Last, there is an art of what, speaking paradoxically, we can term immanent transcendence. It is not surprising that, in the modern era, the sense of immanence exists alongside the widespread denial of any transcendence at all. It is a thin, though significant, line that separates an entirely sacred world from a world emptied of all sacrality. But certainly from the perspective that embraces immanent transcendence, which is sacramentalism pushed to the limit, all human life and indeed all creation is envisioned as holy. This is a vision sometimes re-created and celebrated, for instance, in the poems of William Wordsworth and Gerard Manley Hopkins. The motif of immanence appears, too, in contemporary hymnody concerned with social justice and liberation, conceived of as harbingers of the reign of God on earth. Immanence has a close connection with ecological spirituality as well. This is plainly audible in the blend of Franciscan and 'New Age' spirituality pervading the Missa Gaia (Earth Mass) that was presented and recorded in 1981 by Paul Winter and his Consort. In the final portion of this work, the text of the 'Canticle' of Saint Francis is woven into a musical fabric that incorporates the voices of whales and wolves, together with a song paraphrasing the scriptural passage in which Job is instructed to learn from the beasts and birds and fish. Here no clear distinction is made between God and world; or, if there is a distinction, it is panentheistic in nature, seeing the world as God's body and therefore as inseparable from God.
Although tensions clearly exist between the four basic types of religious aesthetic experience examined above, none need be accorded a position of absolute priority in Christian theology and spirituality. Whereas Paul Tillich gave a privileged position to expressionist art, as compared with naturalistic or idealistic styles, the present analysis is consonant with a more pluralistic approach. This is not to say that, in the realm of theology, all artistic styles are to be affirmed uncritically; nor is it to say that the various kinds of religiously significant art lead in different ways to the same goal: a common, unitary vision of God and of human transformation. It is rather to say in aesthetic terms what theologians have increasingly recognized—namely, that Christian experience is genuinely varied, however common its primary elements. Christian spirituality therefore elicits and depends on various aesthetic styles, each of which becomes integral to a particular sense of divine transcendence and of human possibility.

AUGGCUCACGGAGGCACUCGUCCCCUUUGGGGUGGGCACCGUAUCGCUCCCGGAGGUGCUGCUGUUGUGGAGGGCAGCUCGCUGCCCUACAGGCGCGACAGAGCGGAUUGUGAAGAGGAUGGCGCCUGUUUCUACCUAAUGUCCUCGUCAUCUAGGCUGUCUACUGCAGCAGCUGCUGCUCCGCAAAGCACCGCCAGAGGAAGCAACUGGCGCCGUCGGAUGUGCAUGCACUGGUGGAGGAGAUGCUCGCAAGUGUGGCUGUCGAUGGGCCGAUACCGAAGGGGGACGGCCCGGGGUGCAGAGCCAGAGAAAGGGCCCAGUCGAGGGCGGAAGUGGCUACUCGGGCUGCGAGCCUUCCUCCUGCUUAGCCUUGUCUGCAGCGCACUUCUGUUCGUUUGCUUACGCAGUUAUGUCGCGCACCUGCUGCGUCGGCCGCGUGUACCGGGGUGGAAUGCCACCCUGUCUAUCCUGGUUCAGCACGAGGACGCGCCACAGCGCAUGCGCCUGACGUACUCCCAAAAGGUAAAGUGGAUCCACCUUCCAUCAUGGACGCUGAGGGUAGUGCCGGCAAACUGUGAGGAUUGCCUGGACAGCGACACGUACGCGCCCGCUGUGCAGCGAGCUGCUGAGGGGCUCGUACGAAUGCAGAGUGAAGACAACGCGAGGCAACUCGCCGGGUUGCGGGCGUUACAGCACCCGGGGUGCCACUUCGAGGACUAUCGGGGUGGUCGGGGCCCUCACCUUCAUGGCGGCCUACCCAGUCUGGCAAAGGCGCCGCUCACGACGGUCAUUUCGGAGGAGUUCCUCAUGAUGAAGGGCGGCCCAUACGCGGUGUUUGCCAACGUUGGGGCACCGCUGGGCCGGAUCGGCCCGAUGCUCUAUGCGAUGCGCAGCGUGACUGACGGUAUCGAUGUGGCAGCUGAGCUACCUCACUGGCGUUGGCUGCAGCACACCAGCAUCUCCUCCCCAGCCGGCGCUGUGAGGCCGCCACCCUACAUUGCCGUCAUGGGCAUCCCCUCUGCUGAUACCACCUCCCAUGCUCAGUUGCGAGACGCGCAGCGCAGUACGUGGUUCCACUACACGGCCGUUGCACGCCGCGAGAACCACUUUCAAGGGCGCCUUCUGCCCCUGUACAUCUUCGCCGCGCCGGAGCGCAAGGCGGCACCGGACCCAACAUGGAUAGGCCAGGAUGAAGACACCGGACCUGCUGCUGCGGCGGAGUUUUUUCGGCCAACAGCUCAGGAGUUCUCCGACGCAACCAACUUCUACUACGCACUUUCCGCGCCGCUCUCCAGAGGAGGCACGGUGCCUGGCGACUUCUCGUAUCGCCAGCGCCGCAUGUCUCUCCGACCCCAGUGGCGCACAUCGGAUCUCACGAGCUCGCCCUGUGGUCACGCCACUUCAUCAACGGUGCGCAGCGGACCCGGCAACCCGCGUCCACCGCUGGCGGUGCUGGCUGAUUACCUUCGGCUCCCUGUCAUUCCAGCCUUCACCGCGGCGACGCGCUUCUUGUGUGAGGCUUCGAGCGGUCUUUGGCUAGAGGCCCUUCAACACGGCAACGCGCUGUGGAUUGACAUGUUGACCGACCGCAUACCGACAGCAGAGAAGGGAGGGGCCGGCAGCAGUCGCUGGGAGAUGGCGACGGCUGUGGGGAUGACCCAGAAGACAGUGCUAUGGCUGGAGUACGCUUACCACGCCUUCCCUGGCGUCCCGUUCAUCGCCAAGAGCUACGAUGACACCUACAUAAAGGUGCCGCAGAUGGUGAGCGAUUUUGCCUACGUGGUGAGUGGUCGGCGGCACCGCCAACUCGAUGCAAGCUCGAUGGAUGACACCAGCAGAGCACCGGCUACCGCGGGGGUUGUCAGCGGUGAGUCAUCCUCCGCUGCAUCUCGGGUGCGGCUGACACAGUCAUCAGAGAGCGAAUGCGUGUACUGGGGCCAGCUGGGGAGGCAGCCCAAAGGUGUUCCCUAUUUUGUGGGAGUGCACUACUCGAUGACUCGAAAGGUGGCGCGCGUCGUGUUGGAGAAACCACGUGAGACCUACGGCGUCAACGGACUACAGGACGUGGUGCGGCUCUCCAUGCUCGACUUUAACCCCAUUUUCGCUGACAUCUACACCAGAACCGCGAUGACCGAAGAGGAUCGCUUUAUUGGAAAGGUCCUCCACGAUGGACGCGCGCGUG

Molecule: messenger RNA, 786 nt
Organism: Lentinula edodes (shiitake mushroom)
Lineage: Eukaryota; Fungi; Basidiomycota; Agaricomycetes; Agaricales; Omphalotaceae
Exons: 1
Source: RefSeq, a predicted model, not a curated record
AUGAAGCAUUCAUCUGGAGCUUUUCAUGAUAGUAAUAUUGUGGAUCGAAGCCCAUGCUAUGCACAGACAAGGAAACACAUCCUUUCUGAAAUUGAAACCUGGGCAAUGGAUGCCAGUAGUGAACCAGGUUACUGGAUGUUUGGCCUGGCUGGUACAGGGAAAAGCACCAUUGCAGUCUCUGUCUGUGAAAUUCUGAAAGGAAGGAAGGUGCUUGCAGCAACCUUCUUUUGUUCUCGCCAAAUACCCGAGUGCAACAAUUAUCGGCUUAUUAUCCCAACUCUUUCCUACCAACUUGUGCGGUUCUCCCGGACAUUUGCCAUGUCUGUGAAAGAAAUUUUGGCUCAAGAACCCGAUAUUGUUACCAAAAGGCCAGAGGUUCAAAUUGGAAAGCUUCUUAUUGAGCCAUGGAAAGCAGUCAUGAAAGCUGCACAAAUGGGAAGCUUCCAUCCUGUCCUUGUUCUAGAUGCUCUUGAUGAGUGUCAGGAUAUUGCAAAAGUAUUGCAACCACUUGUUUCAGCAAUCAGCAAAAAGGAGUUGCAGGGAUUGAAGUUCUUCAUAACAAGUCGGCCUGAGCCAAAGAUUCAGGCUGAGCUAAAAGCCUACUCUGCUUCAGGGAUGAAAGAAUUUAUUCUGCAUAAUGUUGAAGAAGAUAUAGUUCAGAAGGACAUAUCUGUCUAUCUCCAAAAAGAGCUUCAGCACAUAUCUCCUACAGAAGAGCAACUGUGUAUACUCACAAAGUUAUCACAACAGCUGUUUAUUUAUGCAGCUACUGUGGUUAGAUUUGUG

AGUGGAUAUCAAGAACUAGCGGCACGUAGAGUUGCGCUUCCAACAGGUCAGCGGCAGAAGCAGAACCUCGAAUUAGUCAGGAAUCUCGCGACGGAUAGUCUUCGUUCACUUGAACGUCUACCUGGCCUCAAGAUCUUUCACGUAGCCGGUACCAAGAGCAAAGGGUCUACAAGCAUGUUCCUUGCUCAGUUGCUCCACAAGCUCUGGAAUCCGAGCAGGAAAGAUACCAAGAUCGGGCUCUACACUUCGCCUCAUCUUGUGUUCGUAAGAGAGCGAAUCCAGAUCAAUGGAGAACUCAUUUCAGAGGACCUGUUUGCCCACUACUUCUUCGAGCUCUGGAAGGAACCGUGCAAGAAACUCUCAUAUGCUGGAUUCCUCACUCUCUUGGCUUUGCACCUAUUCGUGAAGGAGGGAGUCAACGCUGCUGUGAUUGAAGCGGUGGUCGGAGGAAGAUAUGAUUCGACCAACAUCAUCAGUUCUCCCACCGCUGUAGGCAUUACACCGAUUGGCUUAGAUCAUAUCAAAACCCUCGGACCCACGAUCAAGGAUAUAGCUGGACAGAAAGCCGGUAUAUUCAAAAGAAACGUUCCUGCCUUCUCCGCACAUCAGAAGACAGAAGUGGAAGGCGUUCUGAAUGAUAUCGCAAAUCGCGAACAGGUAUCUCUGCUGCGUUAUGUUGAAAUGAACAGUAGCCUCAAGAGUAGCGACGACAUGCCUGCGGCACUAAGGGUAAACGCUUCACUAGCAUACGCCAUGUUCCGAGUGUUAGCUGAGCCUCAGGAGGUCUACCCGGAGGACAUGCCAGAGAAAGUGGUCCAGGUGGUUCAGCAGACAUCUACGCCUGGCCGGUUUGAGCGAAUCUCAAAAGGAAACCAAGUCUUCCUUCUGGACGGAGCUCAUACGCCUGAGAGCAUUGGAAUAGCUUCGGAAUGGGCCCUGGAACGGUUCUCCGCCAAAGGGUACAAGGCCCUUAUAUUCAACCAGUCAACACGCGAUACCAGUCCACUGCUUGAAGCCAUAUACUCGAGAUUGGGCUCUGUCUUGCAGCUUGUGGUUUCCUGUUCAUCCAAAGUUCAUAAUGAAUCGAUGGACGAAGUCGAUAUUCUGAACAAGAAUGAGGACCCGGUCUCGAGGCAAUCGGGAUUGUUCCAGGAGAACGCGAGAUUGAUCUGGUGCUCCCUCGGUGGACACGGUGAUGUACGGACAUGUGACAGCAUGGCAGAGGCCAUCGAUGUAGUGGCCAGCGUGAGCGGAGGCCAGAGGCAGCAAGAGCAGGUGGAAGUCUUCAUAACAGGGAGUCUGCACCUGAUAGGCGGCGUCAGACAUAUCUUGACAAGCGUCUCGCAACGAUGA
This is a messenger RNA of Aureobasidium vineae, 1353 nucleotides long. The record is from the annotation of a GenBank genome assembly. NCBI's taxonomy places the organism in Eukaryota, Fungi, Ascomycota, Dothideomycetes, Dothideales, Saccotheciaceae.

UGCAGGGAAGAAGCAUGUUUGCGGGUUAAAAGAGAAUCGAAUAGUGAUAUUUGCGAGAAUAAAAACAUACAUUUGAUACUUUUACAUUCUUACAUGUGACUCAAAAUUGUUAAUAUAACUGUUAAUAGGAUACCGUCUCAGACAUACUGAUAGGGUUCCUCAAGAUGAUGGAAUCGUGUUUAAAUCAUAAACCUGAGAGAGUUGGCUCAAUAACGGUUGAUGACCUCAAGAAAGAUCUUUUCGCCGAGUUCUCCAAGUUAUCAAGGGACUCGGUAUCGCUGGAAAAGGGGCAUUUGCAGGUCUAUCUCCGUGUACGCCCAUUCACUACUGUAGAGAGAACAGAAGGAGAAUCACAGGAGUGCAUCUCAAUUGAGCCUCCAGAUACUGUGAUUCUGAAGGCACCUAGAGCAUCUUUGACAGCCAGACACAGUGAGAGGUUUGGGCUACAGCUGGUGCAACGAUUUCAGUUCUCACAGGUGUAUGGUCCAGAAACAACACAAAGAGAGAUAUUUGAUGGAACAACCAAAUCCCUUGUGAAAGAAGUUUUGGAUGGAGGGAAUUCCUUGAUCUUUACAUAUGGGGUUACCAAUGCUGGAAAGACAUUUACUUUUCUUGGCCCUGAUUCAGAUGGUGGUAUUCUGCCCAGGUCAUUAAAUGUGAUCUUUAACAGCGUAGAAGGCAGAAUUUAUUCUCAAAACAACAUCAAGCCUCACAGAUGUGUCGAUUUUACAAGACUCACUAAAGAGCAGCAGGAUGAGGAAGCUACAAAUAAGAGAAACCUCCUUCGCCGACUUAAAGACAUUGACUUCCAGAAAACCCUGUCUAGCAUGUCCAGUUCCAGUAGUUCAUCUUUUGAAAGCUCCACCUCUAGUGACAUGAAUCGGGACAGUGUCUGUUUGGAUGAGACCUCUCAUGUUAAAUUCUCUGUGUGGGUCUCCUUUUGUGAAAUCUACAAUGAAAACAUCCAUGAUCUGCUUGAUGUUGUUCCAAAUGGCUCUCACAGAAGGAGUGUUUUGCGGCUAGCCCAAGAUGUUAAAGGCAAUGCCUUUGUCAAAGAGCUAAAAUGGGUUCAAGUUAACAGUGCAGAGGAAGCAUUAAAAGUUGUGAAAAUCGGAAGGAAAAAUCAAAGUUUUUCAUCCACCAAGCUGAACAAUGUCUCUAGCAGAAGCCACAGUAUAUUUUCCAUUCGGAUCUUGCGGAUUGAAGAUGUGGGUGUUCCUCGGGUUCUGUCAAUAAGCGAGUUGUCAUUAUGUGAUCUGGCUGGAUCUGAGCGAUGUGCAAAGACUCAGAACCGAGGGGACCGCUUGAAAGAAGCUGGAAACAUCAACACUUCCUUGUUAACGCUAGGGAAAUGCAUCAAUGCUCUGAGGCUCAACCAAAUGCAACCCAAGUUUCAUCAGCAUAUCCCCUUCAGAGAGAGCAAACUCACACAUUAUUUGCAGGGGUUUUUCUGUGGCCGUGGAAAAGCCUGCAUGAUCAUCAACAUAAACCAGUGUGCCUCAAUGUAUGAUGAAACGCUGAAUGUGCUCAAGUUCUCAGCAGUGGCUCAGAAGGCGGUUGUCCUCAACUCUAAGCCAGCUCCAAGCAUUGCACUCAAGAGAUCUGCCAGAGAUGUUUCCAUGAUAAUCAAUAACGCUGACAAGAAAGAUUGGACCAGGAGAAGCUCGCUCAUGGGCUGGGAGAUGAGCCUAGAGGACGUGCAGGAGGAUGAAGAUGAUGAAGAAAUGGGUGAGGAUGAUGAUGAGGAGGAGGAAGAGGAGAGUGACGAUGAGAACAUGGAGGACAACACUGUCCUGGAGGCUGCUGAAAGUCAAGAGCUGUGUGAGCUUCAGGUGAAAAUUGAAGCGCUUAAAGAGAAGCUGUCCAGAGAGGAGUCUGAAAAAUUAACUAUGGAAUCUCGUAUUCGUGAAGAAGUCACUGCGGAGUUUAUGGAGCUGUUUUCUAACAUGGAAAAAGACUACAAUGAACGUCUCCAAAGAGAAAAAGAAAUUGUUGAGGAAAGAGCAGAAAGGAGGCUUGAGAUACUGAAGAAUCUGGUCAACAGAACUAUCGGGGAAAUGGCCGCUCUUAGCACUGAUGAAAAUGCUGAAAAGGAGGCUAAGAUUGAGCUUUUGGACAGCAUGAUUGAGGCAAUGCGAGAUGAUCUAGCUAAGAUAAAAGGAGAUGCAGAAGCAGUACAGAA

It would be misleading, however, to conceive of the import of a particular style or work as something static and invariable. Just as religious significance is not directly correlated with religious subject matter, neither is it inevitably correlated with a particular style. Many factors enter into the impact of a work of art, including the context in which it is received and perceived. A given work of art can thus have many kinds of religious import, or none at all.